A revamped dream sequence, an inordinate amount of innovation from Richard Hudson, Mark Henderson (lighting), Christopher Shutt (sound), Polly Bennett (movement), Dick Straker (video), Paul Benzing (fight), Chris Fisher (illusions), and all their colleagues, original composition from Paul Englishby and musicians led by Kevin Amos, the discipline imposed by Mr Kent, a couple of intervals and a willing audience all pulled together to make this happen. Was it worth it? For me yes. I am not entirely sure if this Peer Gynt’s reach exceeds its grasp, (come to think of it that is sort of PG himself’s problem), but, thanks to largely to Mr Hare’s script and Mr McArdle’s brobdingnagian performance, (see what I have done there, referencing Swift’s Gulliver’s Travels, another genre-bending fantasy satire to which novelists still look today), I now know what Ibsen was trying to tell us. And, as importantly , I spent 3.5 hours immersed in a bloody good yarn.

Which I see is not an opinion shared by many of the critics who variously seem to have had it in for Mr Hare, the production, the play, the set and the direction. Oh well. It takes all sorts.

Pilgrims at the Orange Tree Theatre review ***

Pilgrims

Directors’ Festival 2019, Orange Tree Theatre, 7th August 2019

The Tourist is a firm fan of the annual Directors’ Festival at the Orange Tree which gives students taking the theatre directing MA at nearby St Mary’s Uni, (in conjunction with the OT), an opportunity to try their hand at a full scale production. Unfortunately this year other commitments and a diary cock-up, (entirely my fault I admit SO), left me only seeing one of the four productions. Pilgrims directed by Ellie Goodall.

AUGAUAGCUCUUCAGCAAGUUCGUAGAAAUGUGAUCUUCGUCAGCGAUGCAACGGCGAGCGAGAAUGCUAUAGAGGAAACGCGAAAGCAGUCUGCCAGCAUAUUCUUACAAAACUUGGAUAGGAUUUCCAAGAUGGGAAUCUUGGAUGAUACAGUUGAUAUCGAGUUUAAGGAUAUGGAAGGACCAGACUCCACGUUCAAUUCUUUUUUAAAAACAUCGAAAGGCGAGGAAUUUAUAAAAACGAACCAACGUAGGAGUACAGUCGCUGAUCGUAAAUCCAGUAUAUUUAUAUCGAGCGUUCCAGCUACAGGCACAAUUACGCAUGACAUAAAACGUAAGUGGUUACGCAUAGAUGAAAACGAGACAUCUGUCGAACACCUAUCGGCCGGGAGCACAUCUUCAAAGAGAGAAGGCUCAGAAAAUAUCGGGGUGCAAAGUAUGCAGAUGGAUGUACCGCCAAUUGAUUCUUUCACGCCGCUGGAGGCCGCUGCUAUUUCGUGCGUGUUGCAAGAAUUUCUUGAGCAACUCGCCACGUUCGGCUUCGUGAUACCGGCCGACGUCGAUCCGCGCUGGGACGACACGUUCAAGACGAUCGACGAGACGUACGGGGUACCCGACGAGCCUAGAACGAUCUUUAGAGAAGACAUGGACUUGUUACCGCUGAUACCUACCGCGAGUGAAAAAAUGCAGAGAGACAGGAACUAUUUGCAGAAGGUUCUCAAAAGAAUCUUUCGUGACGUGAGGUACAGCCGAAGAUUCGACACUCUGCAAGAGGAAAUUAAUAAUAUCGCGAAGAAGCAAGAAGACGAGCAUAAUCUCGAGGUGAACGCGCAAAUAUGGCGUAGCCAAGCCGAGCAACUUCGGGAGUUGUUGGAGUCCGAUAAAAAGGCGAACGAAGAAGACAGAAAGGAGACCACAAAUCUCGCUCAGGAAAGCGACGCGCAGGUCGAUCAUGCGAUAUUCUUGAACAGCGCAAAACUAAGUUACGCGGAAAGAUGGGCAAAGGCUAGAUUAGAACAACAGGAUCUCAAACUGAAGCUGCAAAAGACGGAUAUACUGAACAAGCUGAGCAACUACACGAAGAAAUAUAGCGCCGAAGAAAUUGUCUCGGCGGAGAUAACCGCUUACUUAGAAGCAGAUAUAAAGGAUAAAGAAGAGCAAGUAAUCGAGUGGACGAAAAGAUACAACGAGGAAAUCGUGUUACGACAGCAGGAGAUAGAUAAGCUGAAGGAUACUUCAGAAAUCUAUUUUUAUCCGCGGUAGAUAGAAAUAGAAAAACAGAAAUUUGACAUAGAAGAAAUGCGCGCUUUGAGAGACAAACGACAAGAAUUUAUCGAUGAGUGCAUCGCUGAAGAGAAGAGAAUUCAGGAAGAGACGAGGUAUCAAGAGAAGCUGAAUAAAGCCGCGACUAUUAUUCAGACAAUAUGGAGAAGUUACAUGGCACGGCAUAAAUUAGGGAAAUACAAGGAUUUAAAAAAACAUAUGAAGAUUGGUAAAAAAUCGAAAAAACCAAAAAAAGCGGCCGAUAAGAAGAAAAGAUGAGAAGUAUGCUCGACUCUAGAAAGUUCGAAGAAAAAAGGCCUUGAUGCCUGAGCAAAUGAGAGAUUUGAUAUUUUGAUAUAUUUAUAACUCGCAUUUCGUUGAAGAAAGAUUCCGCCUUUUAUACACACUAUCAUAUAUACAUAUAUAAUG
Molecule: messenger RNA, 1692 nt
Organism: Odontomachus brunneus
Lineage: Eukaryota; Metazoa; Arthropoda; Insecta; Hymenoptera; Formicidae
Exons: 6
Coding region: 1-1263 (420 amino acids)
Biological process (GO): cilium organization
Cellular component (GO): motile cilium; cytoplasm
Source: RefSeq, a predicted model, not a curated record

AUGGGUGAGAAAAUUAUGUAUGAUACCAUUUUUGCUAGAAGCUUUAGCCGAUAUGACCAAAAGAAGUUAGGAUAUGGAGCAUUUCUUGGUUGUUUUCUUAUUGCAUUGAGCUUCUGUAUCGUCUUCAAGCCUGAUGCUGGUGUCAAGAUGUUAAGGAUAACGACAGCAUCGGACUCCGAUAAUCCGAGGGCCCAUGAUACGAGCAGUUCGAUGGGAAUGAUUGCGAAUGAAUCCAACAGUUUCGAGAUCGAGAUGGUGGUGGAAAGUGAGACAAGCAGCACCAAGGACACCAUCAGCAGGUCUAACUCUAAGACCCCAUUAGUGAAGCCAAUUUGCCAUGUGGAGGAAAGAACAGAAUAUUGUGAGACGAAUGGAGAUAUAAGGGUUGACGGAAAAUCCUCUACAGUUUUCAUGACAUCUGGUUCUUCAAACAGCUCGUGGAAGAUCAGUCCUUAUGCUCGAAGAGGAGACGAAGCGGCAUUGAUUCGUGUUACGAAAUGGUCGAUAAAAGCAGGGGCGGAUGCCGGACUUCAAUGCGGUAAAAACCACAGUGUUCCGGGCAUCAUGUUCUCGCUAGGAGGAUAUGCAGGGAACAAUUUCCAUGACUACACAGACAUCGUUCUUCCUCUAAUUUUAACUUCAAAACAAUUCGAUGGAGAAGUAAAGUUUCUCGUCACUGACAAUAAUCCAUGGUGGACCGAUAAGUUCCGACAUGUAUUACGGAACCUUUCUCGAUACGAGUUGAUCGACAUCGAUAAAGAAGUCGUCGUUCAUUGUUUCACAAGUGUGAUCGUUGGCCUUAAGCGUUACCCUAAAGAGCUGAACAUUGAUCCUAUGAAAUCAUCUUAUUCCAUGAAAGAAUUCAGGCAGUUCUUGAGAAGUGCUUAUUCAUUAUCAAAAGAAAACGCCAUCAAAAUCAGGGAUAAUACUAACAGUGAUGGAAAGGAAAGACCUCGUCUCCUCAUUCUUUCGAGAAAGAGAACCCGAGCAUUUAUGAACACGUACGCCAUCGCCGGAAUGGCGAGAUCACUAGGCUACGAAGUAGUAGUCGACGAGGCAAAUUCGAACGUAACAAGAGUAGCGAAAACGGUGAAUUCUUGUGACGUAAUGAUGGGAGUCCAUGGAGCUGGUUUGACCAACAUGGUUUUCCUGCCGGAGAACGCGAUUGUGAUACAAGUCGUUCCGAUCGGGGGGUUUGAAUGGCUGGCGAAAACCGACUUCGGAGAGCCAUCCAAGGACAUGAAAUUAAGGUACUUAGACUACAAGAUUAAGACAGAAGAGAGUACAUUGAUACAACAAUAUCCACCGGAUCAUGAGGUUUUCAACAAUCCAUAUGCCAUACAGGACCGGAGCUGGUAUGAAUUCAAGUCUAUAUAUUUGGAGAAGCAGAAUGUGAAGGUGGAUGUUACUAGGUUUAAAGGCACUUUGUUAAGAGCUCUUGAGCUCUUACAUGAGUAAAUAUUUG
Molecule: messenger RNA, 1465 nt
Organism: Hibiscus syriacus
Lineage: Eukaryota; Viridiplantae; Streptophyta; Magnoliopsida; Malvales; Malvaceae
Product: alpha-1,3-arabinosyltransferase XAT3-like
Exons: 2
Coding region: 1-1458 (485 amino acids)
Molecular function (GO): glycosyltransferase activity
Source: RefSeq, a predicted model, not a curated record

This was chosen largely on the strength of writer Elinor Cook, specifically Out of Love which appeared here at the OT last year and her adaptation of The Lady from the Sea which Kwame Kwei-Armah directed at the Donmar in 2017. She has a rare gift for lyrical dialogue and elastic character wrapped up in temporally uncertain, non-naturalistic settings. (And, I might say, a wonderful first name). Pilgrims followed the same pattern. Though not quite as effectively as Out of Love it must be said.